The Ultimate Guide to Managing your Design Projects – Part 1. A false start.

WARNING! This entire blog article is an advertisement. Wait! I know what you’re thinking – either 1. “This guy is crazy,” 2. ”I’m going to stop reading this article immediately” or 3. “This is all just a clever device to pique my curiosity and keep me reading. Damn it! It’s working!” Whatever you’re thinking, please give me a few moments to explain.

Back about seven years ago as Go Media was just starting to grow, we decided we needed a blog to better market our design firm. The GoMediaZine was the result. The original intention was straight-forward. First, establish ourselves as authorities on design by sharing our design knowledge and trumpeting our accomplishments. Second, gain new design customers through our reputation as a design leader. When the Arsenal was born about a year later our customer base suddenly included fellow graphic designers. Accordingly, the content of the GoMediaZine also changed. We needed to produce content that would drive traffic to our design products (vector packs). The strategy was almost the same. We would build a community of potential customers by sharing our design expertise; this time through amazing (and FREE) design tutorials. We hoped that the community would become customers of the Arsenal. It was a classic win-win. As cliché as that sounds, we truly believe in it.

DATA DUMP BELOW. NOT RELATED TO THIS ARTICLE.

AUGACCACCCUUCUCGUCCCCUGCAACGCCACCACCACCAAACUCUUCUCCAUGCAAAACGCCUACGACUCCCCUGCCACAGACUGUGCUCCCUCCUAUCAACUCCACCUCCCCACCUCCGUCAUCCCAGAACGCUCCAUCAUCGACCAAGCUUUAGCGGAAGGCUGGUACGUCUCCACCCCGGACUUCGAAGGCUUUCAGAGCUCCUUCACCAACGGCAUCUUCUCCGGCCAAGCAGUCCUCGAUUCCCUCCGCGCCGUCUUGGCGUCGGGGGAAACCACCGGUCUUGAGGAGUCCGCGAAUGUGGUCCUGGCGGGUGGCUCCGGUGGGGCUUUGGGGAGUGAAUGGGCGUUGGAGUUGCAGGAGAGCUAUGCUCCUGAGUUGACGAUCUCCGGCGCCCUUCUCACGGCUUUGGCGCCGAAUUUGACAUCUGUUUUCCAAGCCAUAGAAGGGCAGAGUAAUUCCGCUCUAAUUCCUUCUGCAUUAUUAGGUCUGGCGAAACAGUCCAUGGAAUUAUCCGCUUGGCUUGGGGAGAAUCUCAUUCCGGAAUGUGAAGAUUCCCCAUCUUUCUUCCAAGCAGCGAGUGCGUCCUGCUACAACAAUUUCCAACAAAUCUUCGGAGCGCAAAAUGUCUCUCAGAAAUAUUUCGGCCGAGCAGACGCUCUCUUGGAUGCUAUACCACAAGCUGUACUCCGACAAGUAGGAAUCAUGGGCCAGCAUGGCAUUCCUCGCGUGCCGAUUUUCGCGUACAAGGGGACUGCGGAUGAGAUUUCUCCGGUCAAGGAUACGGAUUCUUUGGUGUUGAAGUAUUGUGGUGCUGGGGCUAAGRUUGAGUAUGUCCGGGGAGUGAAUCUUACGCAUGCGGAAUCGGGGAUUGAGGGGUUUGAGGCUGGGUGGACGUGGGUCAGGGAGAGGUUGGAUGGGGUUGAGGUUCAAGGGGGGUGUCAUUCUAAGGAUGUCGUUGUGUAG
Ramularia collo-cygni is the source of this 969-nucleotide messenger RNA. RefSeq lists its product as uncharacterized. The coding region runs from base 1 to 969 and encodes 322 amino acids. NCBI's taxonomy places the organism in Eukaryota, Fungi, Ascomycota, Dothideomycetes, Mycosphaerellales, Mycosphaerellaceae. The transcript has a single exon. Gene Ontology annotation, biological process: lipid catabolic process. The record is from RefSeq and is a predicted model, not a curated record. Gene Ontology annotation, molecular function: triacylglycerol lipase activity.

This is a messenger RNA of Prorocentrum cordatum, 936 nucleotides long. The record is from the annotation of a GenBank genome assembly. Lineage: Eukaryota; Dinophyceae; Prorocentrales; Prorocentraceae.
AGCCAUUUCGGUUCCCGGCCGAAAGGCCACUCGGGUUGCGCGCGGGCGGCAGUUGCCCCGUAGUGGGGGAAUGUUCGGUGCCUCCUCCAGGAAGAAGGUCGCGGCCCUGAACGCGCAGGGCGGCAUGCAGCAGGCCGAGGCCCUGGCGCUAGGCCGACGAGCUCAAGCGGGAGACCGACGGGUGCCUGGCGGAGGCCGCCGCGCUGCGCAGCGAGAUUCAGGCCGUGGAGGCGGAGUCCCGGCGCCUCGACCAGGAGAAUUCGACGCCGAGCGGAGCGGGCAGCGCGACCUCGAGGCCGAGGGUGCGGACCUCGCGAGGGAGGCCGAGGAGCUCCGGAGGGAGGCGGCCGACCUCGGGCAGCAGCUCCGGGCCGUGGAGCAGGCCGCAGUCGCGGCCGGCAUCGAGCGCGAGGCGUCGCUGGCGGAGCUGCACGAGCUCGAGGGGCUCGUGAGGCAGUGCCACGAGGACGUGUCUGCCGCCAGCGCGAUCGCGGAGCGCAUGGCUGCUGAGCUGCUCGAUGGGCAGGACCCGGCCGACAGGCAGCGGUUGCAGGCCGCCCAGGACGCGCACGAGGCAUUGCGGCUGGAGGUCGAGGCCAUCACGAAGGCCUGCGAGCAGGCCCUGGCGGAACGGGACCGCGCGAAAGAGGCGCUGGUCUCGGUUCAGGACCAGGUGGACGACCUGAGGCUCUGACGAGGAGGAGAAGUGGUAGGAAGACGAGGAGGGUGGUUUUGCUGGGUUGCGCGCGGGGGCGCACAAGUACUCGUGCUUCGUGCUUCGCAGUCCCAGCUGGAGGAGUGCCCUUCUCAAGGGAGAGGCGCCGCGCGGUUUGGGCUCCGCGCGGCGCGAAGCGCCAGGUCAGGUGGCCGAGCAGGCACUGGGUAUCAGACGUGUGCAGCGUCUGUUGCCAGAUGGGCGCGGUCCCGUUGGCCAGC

This concept of marketing through education is nothing new. But, typically, we would write articles and tutorials AFTER our products were already finished and available to the public. Recently, however, Jeff Finley has been working on an E-book to sell on the Arsenal. The E-book is an insider’s guide to the apparel industry. While doing some research on marketing e-books he learned that you should really be posting blog articles long BEFORE you launch your product. Basically, you’re priming your audience so that by the time you release your product, everyone is lined up down the street ready to buy it. I guess this makes perfect sense. Everyone does it. Whether it’s a movie, a video game or a new Apple product, the marketing hits the streets long before the product is available.

That brings us to this blog article, an advertisement. This article is an advertisement for the most ambitious and useful design tool that Go Media has ever produced: Prooflab (prooflab.us). This is the first in a series of blog articles I’m going to write about managing your design projects, posting proofs, tracking time, etc., etc. It’s a series of articles about the logistics and communications side of being a graphic designer. The goal of which, I hope, will be to entice you to try the Prooflab once we launch it.